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Not all Ephs were impressed with President Trump’s press conference.

tw1

tw2

I also disliked parts of the press conference. (Steve Bannon is definitely a very fine person!)

What did you think?

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Jews at Williams: Inclusion, Exclusion, and Class at a New England Liberal Arts College by Benjamin Aldes Wurgaft is both an interesting read and a source for dozens of fascinating anecdotes. Let’s spend a month or so going through it. Today is Day 7.

Stephen Birmingham ’55 contributed a chapter entitled “A Knock on the Door.” As with most of the other Eph stories in the book, it is an engaging read. However, it tells the story of conversations from 1949. I, at least, have trouble remembering conversations from last week, much less 60+ years ago. Birmingham notes:

The great irony of the story told in this book is that in the course of the twentieth century Williams itself became more like the Jewish students it had once excluded.

Indeed. The elite evolve, a theme that Wurgaft fails to explore with much nuance. On the surface, this book is a conflict between two categories of Ephs: Jews and those who would exclude them. On a deeper level, it is the story of Williams College as an organism, a institution dedicated to maintaining its position among the elite. When treating Jews unfairly was a necessary part — or at least considered necessary by the men in charge — of what “elite” meant, Williams treated Jews unfairly. When maintaining elite status required treating Jews fairly, Williams started doing that. The driving force was never — is never — some abstract committment to justice. The driving force is the need to maintain status.

Want to predict what Williams will do tomorrow? Don’t ask what Adam Falk thinks. What Adam thinks doesn’t matter much. Ask what actions are necessary — or at least viewed as necessary — to maintain the College’s status. That is what Williams will do.

In the Gilded Age of New York Society, the closed circle of WASP wealth was often referred to as The Four Hundred, which was the supposed capacity of Mrs. William Astor’s ballroom. The wealthy German-Jewish families, who were excluded from this perfumed realm, made a joke of it, and called themselves The One Hundred, and referred to the others as “the butterflies.”

Indeed. We hear a lot about Gentile prejudice against Jews. We hear little — because Wurgaft writes little — about Jewish prejudice against Gentiles. As Steve Sailer points out, there isn’t even a thought category for anti-Gentilism.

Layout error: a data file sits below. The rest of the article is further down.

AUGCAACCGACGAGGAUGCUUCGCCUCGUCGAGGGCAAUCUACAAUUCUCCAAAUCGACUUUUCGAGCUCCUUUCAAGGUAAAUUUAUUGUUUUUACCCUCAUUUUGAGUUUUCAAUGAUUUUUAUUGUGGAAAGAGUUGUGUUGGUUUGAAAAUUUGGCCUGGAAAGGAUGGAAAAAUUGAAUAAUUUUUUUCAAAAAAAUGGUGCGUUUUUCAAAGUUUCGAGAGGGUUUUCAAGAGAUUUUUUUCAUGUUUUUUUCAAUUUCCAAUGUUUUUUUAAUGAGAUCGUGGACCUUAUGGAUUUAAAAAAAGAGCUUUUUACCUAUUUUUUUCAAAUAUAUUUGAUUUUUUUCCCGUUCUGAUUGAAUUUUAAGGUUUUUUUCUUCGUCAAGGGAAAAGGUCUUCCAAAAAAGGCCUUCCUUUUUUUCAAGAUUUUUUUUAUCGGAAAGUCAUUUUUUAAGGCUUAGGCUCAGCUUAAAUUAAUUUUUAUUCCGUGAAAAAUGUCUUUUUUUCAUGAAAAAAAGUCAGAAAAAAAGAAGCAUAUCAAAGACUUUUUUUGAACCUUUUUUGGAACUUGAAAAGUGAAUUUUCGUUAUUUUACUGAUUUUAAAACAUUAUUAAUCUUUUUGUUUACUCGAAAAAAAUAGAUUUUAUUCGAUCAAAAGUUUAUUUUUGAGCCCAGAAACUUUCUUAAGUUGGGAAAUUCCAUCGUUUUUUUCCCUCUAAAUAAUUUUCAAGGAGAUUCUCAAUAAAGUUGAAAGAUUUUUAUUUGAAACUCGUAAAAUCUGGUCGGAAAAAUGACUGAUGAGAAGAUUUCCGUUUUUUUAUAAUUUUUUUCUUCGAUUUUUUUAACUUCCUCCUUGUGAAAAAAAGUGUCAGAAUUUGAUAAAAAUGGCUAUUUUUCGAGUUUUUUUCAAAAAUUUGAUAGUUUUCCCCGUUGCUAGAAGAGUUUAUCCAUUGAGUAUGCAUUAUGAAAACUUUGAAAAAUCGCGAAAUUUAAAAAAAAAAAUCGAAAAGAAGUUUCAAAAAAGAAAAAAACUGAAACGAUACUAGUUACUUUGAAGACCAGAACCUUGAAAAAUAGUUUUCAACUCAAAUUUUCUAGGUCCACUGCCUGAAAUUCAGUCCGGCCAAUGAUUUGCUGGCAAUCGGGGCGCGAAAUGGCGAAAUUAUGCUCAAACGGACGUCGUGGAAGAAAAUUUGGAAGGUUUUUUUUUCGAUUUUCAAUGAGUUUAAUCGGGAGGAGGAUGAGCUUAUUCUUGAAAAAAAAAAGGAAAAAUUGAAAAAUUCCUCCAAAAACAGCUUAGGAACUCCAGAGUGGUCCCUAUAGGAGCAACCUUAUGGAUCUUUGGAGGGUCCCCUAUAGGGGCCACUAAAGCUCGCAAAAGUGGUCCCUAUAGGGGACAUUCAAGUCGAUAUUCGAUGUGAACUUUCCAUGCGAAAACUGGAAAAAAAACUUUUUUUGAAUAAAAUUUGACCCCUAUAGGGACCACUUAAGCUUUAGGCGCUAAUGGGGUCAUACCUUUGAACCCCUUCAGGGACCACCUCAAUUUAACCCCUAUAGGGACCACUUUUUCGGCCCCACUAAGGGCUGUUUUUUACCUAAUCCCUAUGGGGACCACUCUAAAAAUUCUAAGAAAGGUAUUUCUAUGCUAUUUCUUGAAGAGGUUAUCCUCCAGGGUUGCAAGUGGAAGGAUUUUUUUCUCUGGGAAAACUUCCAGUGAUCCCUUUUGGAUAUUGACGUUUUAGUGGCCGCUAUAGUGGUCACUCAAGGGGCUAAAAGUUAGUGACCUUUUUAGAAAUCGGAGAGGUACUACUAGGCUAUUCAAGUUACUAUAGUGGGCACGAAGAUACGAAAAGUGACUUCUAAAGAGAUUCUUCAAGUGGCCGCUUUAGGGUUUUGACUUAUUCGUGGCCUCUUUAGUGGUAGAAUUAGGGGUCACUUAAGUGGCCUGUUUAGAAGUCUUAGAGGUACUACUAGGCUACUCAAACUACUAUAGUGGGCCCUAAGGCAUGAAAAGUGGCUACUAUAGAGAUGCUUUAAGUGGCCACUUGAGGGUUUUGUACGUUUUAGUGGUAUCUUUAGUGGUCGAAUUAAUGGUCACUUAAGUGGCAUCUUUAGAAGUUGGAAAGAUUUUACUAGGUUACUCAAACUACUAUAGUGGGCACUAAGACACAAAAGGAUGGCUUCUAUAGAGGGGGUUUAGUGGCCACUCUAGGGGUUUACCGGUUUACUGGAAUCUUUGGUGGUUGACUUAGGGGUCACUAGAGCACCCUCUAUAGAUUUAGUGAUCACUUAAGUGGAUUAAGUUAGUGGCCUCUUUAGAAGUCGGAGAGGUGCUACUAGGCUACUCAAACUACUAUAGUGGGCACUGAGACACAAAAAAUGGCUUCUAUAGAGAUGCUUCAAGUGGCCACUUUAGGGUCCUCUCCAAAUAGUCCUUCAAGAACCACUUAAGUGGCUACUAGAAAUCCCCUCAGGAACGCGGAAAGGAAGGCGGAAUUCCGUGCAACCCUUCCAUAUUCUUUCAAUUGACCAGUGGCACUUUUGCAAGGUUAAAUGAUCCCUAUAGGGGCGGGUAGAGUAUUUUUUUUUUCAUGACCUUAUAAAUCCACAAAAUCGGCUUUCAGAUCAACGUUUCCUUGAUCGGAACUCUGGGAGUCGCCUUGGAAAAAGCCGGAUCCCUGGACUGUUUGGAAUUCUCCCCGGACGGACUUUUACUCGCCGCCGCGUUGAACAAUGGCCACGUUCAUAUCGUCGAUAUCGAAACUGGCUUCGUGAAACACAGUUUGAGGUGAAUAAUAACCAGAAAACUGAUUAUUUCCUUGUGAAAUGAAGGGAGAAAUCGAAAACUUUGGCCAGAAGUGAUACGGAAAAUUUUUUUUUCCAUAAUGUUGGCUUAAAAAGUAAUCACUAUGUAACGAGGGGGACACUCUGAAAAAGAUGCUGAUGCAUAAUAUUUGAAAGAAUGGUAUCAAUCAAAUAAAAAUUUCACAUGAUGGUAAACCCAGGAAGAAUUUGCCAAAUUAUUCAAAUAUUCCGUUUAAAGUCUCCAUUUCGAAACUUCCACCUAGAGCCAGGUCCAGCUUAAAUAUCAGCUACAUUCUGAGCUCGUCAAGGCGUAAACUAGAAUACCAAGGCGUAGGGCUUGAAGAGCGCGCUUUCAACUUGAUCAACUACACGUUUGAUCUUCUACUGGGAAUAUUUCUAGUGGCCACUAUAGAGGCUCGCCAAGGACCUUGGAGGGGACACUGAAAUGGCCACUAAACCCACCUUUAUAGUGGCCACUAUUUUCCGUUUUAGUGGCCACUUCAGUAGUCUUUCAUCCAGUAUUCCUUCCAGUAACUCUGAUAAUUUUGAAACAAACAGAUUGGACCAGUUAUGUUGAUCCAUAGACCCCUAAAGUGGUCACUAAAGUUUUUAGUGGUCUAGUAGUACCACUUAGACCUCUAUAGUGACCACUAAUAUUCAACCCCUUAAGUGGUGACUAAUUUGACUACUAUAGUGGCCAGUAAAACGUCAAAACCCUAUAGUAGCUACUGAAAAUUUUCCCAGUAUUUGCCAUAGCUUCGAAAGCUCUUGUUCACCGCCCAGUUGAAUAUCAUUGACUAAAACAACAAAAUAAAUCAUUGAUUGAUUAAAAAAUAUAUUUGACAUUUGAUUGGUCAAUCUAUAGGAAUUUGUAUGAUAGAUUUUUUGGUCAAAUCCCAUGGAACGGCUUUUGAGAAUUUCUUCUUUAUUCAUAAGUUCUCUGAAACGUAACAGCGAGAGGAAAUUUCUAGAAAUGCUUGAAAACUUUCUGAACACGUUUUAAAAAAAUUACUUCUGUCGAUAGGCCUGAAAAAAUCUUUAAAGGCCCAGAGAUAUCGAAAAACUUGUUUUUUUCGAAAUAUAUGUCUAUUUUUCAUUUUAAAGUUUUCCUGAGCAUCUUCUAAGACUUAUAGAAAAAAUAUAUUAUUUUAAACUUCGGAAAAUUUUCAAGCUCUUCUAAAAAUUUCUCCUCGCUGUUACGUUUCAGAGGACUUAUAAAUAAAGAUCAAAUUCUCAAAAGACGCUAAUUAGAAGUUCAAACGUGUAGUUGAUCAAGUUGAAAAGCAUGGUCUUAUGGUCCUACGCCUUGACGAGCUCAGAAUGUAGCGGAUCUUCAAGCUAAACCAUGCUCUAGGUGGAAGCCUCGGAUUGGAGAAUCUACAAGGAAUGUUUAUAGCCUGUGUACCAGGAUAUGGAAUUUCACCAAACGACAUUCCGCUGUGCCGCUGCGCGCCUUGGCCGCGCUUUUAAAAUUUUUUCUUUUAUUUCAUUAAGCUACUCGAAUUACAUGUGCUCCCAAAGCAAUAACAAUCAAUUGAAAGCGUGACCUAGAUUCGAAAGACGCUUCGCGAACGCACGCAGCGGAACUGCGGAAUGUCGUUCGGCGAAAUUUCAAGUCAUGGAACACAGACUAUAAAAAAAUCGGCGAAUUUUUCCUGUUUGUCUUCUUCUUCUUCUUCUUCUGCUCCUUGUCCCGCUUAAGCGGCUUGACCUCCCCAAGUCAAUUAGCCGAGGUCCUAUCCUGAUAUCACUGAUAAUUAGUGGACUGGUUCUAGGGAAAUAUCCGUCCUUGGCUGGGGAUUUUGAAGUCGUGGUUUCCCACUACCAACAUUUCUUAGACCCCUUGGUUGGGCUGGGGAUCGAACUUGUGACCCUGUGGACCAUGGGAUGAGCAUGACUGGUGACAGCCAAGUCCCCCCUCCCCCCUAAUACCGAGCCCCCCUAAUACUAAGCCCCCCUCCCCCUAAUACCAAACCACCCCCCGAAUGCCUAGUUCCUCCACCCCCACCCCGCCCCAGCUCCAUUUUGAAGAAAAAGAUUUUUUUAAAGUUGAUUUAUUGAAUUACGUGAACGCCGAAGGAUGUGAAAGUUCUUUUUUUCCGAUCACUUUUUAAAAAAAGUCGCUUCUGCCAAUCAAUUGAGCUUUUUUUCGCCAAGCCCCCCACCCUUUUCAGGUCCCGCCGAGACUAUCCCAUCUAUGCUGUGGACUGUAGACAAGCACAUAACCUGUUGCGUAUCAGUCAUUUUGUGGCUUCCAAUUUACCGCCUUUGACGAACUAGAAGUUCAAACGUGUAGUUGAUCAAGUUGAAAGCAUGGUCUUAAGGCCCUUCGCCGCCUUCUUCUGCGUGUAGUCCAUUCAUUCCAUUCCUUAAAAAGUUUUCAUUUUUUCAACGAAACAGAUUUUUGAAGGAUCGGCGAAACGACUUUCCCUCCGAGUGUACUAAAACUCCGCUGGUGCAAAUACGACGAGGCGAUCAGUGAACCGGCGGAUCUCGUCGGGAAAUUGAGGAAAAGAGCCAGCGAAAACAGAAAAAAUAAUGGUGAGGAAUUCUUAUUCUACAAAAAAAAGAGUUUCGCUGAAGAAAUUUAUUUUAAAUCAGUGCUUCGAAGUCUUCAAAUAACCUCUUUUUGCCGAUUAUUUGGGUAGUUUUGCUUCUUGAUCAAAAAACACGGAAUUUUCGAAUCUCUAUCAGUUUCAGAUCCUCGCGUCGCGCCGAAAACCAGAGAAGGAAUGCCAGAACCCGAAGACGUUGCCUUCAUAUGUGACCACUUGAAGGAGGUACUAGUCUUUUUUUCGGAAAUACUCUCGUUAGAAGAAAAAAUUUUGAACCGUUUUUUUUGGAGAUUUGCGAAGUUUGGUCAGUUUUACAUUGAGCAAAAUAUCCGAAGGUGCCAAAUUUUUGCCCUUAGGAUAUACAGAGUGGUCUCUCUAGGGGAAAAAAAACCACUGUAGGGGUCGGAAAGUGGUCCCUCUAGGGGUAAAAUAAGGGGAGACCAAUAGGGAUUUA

We Betas, meanwhile, considered ourselves a rather special breed. Scholastically, we were at the top. In terms of grade averages, we nearly always came out first among all the campus fraternities. We had the most Phi Beta Kappa keys per capita of any house. We looked with disdain at our neighbors down the street, the Dekes, the Animal House, the jocks whose academic scores were in the cellar.

Any Deke house members from the 1950s among our readers? Please chime in!

I explained that we’d rejected the Choate School because the Choate application at the time contained the question, “Is the boy in any part Hebraic?” My parents had found the question socially offensive and semantically ridiculous.

Any more ridiculous than Common App’s insistence today that applicants answer whether or not they are “Asian?” You can’t apply to Williams without answering that question. But, sure, the people who ran Choate back then are moral monsters . . .

[T]he president of Phi Gamma Delta took Bobby aside and said, “Look, we were happy to take you into Phi Gam, and we were happy to take your uncle and your cousins in. But this has just got to stop somewhere. We just can’t keep on taking more and more of your people in. We’d be overrun by you people before we knew it.

1) Does anyone know who the president of Phi Gamma Delta from 1950? It would be nice to hear his side of the story.

2) This is exactly the current Williams policy with regard to international students. Recall this brilliant Record op-ed from 11 years ago. If concerns about too many Jews were offensive/ridiculous 60 years ago, then why are concerns about too many non-US citizens acceptable today?

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ein volk:reich:fuhrerwilliams-college-civil-war-monument-statue-union-soldier-williamstown-D11AM1

The Williams campus is in another idyllic town with a statue to the Civil War.

Equivalency?

 http://www.waymarking.com/waymarks/WMH1E5_The_Soldiers_Monument_Williamstown_MA

The Union soldier statue in front of Griffin Hall was commissioned by the Society of Alumni of Williams College to commemorate Williams College students who died in the Civil War. The monument was dedicated on July 28, 1868. The front of the base is simply inscribed: 1861  1865 .

This statue to the Williams men who died in the Civil War and placed in 1868, three years after the end of the war. A monument to the dead is quite a different statue than one glorifying a specific leader of the Confederacy and erected in the wave of White Supremacy in the 1920’s. These later statues were not to mourn the men killed in the horrific Civil War. but to build the legend of “The Lost Cause”.

A foreboding of things to happen here :

The Recent Neo-Nazi Murder Spree in Context

On April 3, 2013 in Griffin Hall, a talk by Freya Klier, “known for her criticism of communism and fascism, spends a good part of every year traveling to schools to teach the young generation about the GDR, and she also represents incarcerated writers for PEN. In 2012, Klier received the Bundesverdienstkreuz, Germany’s highest honor for civil service.”

https://events.williams.edu/event/the_recent_neo-nazi_murder_spree_in_context

This post has been up-dated 0n 19 August per the excellent observations of DDF and alum-anon.